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What is the ZPIC Audit Appeals Process?

Categories: Health Care Law

ZPIC Audit Appeals

Help with  ZPIC Audit Appeals from Experienced Federal Defense Attorneys

Zone Program Integrity Contractors (ZPICs) are among the Centers for Medicare and Medicaid Services’ (CMS) most-potent weapons for combating Medicare fraud and abuse. These private government contractors are compensated for uncovering false and fraudulent claims on a contingency-fee basis, which means that they are financially incentivized to find wrongdoing. The concept is simple: the more overbillings they uncover, the more they get paid.

Unfortunately, for health care providers and medical supply companies, the ZPIC audit process is anything but straightforward. Due to this contingency-fee (or “fee-for-service”) model, ZPICs aggressively pursue evidence of Medicare overbillings, often overstepping their boundaries and misapplying the Medicare billing rules and regulations at various stages along the way. As a result, not only are unfavorable audit determinations common, but unjustified unfavorable determinations are common as well – and this means that many providers are left with no option but to file an appeal.

Avoiding the Need to File a ZPIC Audit Appeal

There is much that can be done to prevent ZPIC auditors from reaching inaccurate conclusions during an audit, and providers who are facing ZPIC audits need to be proactive about intervening in the audit process. Preventing an unfavorable determination is greatly preferable to appealing a recoupment demand and the institution of prepayment review; and our attorneys can help if your audit is still ongoing. Learn more: What Should You Do in a ZPIC Audit Investigation?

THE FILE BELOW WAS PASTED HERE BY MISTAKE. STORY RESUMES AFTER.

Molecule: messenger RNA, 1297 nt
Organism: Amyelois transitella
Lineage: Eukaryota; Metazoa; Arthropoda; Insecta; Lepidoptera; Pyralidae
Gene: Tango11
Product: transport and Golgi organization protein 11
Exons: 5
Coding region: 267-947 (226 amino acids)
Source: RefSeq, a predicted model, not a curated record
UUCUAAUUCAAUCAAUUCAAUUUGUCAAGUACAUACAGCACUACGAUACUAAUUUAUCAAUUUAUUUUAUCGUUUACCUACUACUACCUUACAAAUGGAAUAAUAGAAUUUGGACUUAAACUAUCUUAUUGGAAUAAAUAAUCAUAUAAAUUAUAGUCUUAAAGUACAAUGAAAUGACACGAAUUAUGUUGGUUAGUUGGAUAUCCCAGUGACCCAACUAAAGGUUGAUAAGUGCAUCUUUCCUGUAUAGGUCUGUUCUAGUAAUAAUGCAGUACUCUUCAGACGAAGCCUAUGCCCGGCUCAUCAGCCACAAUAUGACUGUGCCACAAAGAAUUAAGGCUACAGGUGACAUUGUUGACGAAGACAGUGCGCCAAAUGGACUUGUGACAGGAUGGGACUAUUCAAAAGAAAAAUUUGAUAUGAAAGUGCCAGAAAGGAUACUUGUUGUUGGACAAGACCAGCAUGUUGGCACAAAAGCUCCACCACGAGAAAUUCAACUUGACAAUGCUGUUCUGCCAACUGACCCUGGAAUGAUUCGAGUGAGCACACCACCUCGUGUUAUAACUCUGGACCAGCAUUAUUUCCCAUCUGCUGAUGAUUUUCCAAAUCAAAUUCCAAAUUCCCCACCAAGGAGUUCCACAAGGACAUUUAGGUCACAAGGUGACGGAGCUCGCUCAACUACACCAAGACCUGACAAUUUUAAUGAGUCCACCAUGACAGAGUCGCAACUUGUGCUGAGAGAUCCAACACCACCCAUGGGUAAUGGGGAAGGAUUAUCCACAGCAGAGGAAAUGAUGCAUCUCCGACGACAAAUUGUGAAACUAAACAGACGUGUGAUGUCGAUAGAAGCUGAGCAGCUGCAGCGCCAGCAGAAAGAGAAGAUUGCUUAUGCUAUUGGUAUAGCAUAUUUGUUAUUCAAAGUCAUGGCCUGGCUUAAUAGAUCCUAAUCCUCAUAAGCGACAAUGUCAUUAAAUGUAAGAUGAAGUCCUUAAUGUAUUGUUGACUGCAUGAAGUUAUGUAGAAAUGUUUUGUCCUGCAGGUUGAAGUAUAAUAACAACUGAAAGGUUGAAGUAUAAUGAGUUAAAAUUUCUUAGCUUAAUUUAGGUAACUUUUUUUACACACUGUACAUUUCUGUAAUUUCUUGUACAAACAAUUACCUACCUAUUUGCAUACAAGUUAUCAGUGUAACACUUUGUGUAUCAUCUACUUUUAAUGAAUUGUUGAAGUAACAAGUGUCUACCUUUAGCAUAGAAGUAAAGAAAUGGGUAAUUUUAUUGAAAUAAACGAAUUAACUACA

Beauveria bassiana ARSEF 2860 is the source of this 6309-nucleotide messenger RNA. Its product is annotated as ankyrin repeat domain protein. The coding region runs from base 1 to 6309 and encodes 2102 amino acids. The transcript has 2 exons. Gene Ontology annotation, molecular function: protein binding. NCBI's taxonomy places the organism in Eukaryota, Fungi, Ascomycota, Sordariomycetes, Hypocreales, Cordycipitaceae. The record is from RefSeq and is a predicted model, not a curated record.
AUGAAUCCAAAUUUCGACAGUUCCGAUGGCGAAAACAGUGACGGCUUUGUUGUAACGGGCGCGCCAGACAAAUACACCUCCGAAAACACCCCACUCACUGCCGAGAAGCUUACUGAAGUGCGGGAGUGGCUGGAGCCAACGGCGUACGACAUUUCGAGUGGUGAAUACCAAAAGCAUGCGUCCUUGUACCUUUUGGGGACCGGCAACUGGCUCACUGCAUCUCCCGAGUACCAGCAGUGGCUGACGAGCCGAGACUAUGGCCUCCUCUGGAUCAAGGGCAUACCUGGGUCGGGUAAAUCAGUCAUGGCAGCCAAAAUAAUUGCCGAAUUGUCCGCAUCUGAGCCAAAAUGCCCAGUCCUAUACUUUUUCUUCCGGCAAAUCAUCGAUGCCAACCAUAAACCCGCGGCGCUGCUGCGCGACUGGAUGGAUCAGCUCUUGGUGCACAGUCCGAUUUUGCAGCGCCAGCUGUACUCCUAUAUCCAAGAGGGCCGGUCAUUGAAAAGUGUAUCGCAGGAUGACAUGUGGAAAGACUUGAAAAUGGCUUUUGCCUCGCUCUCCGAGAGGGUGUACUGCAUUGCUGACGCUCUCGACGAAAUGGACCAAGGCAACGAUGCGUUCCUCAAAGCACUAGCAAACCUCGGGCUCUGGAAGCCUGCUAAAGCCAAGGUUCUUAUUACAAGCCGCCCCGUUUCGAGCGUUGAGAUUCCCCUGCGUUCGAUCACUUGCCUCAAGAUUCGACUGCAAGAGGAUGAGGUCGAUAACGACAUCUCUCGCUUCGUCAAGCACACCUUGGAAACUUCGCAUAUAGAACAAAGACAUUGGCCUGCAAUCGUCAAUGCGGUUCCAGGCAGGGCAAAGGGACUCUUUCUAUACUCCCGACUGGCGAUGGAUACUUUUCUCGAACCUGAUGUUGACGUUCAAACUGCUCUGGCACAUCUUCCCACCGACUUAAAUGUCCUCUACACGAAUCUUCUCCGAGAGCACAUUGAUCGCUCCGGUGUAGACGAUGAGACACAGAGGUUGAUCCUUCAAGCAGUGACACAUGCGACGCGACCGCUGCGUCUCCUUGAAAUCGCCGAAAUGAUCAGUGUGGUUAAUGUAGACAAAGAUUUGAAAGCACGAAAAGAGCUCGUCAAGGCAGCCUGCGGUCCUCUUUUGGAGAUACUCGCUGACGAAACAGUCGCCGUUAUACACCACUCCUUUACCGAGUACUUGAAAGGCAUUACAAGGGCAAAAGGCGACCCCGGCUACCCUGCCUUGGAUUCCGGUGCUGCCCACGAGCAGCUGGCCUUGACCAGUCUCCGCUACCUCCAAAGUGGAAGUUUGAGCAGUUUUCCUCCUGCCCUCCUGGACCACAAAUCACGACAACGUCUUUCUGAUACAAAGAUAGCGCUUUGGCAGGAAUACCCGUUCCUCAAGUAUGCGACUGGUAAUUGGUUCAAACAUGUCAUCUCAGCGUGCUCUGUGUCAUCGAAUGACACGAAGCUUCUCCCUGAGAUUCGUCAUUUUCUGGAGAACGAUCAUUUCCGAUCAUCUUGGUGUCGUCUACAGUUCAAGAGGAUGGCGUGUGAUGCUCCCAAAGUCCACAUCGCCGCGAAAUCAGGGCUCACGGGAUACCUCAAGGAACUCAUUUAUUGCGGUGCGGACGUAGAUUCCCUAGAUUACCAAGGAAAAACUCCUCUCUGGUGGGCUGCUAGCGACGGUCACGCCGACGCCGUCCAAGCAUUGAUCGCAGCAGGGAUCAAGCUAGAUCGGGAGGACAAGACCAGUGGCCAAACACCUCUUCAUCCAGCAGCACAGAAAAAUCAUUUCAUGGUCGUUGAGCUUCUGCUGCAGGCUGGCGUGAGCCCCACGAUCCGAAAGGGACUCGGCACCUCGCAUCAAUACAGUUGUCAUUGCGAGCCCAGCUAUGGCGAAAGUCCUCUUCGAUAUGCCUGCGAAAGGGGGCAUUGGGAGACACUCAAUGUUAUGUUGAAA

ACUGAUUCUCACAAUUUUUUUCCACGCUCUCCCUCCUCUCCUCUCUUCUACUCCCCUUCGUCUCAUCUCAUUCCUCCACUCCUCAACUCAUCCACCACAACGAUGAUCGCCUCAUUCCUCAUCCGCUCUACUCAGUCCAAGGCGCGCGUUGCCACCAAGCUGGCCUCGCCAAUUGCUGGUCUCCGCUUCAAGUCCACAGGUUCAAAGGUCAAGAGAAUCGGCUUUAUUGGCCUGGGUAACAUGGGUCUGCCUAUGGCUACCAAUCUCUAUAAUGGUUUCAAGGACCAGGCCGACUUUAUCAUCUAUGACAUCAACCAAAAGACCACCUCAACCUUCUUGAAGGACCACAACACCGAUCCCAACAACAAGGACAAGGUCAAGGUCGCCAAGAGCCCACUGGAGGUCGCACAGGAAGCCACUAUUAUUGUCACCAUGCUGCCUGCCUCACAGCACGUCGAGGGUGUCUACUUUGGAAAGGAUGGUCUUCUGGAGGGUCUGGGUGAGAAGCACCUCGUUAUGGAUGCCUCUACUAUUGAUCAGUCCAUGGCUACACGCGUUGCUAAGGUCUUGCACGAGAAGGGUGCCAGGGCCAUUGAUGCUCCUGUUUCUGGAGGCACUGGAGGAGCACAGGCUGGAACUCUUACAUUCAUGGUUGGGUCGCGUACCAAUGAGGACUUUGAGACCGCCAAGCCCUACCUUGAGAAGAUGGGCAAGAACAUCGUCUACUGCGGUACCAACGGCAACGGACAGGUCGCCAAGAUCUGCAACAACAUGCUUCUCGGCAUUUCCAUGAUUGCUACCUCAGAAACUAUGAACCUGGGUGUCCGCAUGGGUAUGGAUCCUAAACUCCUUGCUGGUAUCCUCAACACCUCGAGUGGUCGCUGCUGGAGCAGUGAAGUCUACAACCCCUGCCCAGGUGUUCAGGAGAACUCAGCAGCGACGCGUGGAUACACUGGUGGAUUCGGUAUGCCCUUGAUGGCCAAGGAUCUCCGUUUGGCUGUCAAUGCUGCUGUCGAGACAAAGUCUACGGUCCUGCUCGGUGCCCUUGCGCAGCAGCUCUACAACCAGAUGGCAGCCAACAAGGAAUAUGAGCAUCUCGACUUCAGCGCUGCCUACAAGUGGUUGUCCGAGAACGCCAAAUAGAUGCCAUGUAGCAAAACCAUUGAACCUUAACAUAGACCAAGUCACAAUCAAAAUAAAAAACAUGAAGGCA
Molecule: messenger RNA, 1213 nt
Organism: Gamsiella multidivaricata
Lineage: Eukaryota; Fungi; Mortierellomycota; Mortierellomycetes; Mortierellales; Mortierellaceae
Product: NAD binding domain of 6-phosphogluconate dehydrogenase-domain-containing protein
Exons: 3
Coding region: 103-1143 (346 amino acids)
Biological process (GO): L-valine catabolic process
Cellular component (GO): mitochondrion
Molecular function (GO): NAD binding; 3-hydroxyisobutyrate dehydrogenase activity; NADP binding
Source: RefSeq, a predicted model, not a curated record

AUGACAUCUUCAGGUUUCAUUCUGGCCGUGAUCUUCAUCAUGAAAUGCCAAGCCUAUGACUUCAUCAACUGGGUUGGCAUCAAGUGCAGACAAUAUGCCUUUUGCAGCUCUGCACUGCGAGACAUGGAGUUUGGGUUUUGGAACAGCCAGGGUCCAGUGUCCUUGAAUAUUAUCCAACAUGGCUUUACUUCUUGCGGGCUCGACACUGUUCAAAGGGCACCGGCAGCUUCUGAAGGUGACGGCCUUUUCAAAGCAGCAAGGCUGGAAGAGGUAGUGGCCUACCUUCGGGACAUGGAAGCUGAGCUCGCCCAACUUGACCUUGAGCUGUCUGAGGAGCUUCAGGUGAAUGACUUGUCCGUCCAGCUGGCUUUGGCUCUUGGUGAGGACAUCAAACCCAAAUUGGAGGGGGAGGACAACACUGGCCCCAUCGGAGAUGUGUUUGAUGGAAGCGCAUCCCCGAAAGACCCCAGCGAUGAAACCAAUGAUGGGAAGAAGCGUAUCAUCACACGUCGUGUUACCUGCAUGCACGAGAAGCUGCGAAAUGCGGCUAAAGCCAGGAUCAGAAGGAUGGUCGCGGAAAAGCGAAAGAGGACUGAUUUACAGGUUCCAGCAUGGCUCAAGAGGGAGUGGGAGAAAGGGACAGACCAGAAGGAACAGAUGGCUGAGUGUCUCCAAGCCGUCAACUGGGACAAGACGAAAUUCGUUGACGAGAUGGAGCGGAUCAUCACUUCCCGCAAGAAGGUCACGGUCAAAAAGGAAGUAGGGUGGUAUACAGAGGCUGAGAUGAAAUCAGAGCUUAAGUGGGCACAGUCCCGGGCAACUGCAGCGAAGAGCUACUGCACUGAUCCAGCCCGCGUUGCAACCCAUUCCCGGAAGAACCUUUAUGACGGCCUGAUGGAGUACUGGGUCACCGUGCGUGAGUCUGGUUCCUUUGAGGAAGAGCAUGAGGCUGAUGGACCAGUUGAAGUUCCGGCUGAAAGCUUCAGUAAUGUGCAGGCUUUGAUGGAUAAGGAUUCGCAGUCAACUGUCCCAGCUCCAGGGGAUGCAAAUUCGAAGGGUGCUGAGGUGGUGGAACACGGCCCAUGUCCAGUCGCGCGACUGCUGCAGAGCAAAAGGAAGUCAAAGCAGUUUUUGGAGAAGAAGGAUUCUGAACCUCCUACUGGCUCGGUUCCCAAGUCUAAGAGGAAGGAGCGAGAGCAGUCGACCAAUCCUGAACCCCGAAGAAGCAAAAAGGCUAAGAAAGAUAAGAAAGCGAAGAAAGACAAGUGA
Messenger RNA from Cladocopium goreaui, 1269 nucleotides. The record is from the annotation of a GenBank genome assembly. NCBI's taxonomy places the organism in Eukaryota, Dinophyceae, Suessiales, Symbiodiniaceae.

You’ve Received an Unfavorable ZPIC Audit Determination. What Now?

But let’s assume that you have just gone through the ZPIC audit process, and your business or practice is being accused of overbilling Medicare. You are facing a substantial demand for recoupment (of perhaps hundreds of thousands or even millions of dollars), and your future Medicare billings are at risk of becoming subject to prepayment review. Here is what you need to know about filing a ZPIC audit appeal.